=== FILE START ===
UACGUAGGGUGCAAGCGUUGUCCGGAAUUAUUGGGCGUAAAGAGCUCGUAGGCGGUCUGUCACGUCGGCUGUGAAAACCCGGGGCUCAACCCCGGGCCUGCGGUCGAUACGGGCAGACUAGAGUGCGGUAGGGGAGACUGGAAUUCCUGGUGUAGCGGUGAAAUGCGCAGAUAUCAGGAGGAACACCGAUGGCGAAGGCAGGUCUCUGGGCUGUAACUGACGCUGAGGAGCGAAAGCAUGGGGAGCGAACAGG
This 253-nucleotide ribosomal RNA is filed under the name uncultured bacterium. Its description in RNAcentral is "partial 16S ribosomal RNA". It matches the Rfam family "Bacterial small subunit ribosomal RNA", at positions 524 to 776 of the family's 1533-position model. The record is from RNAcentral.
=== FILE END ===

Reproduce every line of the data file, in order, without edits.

UACGUAGGGUGCAAGCGUUGUCCGGAAUUAUUGGGCGUAAAGAGCUCGUAGGCGGUCUGUCACGUCGGCUGUGAAAACCCGGGGCUCAACCCCGGGCCUGCGGUCGAUACGGGCAGACUAGAGUGCGGUAGGGGAGACUGGAAUUCCUGGUGUAGCGGUGAAAUGCGCAGAUAUCAGGAGGAACACCGAUGGCGAAGGCAGGUCUCUGGGCUGUAACUGACGCUGAGGAGCGAAAGCAUGGGGAGCGAACAGG
This 253-nucleotide ribosomal RNA is filed under the name uncultured bacterium. Its description in RNAcentral is "partial 16S ribosomal RNA". It matches the Rfam family "Bacterial small subunit ribosomal RNA", at positions 524 to 776 of the family's 1533-position model. The record is from RNAcentral.